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Cities failing non-college workers

July 30, 2020

Non-college workers who long found refuge and economic mobility in thriving cities have seen those opportunities diminish and in turn have moved out of the areas. Although cities remain vibrant for workers with advanced degrees, “the urban skills and earnings escalator for non-college workers has lost its ability to lift workers up the income ladder,” finds David Autor in his recent research brief. The Faltering Escalator of Urban Opportunity highlights this troubling trend plaguing cities since 1980 and posits some policy prescriptions to try to combat the negative trends. Additionally, Autor cautions that the present COVID-19 crisis could exacerbate the challenges afflicting non-college workers in U.S. cities.

Autor, director of the National Bureau of Economic Research, Labor Studies Program, and co-chair of the MIT Task Force on the Work of the Future, explores how the opportunity offered by urban and non-urban labor markets to college and non-college workers has changed since 1980. Noting that the polarization of work (employment has become increasingly concentrated in high-education, high-wage occupations and in low-education, low-wage occupations, at the expense of traditionally middle-skill career jobs) has been overwhelmingly concentrated in cities, Autor also shows that the deterioration in the urban wage advantage among non-college workers is even more pronounced for Blacks and Hispanics than for whites.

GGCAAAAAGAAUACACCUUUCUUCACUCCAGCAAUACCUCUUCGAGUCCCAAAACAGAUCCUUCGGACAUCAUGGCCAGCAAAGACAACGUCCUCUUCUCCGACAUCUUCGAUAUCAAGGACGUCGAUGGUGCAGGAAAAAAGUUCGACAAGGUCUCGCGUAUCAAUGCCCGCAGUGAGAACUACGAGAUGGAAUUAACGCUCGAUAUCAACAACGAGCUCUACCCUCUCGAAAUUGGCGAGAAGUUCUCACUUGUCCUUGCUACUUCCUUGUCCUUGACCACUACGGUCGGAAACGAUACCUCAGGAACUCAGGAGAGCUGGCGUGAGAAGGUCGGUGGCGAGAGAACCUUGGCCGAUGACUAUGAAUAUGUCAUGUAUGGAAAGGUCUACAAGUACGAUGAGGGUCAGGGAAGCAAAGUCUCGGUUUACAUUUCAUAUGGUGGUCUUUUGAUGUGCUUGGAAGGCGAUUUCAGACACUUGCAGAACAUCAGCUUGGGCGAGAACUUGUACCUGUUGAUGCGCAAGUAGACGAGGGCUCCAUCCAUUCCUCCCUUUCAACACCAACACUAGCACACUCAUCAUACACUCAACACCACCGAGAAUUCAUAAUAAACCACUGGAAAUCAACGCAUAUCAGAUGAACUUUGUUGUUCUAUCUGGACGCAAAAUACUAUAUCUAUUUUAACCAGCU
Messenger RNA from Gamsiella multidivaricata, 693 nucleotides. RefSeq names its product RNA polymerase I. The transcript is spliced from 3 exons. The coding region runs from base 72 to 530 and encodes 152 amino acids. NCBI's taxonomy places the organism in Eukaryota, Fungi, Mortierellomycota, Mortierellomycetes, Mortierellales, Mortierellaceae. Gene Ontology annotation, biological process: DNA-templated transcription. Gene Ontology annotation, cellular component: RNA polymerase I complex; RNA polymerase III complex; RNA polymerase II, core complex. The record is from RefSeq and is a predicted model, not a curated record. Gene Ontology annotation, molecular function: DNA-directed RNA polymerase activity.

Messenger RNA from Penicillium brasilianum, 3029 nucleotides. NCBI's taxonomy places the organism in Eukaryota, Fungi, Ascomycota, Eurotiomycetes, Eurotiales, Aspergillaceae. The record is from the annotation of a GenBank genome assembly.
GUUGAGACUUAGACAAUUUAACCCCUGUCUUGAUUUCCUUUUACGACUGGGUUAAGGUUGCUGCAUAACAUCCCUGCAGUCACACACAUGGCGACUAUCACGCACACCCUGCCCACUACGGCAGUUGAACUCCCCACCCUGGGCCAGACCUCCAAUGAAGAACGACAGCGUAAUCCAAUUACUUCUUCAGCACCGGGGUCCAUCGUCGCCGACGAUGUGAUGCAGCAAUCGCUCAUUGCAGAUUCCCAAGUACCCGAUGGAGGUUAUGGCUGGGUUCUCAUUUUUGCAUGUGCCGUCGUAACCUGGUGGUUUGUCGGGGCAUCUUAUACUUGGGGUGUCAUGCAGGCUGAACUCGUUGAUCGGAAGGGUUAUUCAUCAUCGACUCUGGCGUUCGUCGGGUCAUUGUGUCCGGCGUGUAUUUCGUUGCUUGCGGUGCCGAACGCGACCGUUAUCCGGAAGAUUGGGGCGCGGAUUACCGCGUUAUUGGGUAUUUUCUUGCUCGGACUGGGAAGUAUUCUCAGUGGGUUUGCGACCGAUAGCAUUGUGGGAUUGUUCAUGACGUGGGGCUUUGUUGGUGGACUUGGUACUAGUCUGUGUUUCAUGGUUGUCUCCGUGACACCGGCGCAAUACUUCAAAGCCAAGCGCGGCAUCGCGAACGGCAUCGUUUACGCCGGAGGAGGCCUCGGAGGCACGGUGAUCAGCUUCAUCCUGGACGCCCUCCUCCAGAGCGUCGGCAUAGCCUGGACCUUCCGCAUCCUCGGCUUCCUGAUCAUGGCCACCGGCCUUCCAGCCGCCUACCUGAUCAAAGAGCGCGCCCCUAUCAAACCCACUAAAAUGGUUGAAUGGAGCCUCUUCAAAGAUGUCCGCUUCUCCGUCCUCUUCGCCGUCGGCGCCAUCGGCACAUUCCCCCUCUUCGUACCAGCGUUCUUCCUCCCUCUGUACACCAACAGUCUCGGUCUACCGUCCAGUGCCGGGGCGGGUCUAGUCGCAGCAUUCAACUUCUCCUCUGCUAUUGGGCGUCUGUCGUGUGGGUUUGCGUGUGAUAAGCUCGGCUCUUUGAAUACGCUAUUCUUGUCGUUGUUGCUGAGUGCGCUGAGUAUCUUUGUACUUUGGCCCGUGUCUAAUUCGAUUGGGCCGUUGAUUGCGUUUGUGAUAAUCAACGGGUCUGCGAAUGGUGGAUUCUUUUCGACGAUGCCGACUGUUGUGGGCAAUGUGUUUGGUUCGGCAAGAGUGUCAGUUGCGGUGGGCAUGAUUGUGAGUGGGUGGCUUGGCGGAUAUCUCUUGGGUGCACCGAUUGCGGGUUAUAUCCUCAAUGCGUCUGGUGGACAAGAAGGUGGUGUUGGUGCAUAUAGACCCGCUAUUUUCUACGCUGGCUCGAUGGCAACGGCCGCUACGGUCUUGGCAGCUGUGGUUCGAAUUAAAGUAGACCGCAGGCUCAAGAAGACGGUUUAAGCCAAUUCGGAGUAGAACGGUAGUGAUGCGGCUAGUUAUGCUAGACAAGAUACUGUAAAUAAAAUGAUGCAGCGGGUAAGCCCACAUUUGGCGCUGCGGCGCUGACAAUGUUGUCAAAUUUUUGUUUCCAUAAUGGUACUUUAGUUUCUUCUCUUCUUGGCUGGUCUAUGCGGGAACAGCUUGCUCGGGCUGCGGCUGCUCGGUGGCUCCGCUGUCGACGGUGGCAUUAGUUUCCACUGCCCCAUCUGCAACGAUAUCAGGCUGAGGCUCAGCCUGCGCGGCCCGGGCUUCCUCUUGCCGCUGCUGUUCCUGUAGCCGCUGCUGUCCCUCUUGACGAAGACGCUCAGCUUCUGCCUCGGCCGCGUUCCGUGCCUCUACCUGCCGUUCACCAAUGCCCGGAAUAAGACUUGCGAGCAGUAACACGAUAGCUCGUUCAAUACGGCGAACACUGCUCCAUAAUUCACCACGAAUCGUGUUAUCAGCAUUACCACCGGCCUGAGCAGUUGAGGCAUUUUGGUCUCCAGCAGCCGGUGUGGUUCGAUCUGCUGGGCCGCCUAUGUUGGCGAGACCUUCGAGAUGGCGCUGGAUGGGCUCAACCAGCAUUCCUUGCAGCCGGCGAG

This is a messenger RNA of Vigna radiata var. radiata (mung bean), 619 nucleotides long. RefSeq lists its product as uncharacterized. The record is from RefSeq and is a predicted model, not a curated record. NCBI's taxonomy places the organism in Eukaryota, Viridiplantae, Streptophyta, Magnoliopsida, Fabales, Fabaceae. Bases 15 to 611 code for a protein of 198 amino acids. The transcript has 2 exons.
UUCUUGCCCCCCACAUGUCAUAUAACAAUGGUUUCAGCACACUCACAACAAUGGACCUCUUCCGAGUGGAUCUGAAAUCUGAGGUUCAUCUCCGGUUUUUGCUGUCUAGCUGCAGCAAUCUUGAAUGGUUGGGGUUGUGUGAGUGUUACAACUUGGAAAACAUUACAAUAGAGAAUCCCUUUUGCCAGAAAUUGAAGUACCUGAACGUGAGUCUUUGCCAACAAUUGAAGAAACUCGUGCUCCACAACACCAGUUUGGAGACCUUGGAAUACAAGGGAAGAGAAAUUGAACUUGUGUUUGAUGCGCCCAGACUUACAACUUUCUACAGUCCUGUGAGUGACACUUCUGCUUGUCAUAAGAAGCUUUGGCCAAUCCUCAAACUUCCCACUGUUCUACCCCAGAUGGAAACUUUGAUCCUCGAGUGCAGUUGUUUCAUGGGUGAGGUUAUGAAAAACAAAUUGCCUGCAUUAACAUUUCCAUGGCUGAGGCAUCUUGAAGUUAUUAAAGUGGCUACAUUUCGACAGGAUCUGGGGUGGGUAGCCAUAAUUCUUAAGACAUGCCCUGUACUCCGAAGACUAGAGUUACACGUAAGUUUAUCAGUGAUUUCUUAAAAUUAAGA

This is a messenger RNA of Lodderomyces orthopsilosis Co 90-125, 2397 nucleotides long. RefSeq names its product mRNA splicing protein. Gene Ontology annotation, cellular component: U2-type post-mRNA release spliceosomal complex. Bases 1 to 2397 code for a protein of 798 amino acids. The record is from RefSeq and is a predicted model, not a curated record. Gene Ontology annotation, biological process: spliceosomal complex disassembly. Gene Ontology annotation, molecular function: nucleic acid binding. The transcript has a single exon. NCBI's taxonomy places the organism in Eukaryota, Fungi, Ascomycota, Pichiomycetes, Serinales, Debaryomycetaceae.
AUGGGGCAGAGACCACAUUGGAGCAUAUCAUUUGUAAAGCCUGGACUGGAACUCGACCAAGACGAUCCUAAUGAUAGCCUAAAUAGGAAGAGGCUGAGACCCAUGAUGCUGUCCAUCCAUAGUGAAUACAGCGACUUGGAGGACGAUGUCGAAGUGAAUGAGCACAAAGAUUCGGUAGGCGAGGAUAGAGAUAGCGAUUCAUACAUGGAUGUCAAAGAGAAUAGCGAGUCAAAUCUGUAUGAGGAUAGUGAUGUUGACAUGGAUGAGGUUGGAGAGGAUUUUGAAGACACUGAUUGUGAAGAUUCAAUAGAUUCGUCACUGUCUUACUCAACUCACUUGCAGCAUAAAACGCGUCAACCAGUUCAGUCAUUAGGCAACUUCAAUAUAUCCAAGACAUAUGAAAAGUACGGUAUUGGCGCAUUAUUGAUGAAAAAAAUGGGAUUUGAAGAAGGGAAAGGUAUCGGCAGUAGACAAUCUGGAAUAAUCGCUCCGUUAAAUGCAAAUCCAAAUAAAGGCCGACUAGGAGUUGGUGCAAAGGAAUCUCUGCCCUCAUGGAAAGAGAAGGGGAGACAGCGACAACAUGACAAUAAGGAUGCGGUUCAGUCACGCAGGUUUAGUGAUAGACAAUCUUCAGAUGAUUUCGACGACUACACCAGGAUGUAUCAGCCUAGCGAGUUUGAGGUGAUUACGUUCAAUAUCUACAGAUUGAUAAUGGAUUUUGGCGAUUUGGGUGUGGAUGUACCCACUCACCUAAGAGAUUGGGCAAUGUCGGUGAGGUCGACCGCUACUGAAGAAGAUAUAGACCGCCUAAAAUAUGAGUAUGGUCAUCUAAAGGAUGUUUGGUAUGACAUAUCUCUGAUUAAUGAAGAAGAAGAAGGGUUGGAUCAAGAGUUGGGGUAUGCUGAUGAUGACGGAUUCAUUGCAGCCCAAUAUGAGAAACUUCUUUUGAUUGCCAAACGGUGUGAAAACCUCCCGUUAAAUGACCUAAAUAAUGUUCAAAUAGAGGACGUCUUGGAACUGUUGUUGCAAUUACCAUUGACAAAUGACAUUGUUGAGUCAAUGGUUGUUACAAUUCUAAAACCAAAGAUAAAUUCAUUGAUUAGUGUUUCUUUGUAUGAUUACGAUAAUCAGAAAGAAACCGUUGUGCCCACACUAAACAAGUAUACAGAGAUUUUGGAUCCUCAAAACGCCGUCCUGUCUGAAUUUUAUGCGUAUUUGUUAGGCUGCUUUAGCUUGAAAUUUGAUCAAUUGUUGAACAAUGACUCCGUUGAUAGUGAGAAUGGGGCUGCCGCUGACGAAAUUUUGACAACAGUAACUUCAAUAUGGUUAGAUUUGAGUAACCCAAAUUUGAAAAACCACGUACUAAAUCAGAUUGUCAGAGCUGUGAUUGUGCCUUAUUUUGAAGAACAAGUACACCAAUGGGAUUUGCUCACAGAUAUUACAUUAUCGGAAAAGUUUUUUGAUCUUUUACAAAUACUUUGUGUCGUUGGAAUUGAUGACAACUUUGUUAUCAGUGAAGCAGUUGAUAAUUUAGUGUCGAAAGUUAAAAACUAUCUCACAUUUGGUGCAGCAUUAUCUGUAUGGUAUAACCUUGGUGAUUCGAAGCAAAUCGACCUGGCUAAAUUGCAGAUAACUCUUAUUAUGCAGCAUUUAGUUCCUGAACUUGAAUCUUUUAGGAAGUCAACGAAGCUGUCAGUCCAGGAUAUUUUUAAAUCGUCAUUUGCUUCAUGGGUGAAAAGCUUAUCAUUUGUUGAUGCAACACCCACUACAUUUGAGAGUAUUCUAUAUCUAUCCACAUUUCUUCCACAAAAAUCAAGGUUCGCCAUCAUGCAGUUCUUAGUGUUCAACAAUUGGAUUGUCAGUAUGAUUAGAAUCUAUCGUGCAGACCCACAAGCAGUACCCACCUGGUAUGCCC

Two policy areas are highlighted that could help address the failure of cities to provide the economic mobility they once did. Autor posits a place-based policy that would seek to restore some of the lost earnings power of non-college workers, possibly through “setting appropriately calibrated city-specific minimum wages.” He also proposes a people-based policy in assisting families to choose neighborhoods with good earnings opportunities relative to living costs.

The present crisis however could complicate things further. With personal services such as food service, entertainment, recreation, etc. providing the impetus behind job growth among urban non-college workers over the last several decades, the effect on those jobs as work shifts out of offices and urban settings could mean even more profound changes as many of those jobs may never recover to pre-pandemic levels.

recent research, cities, education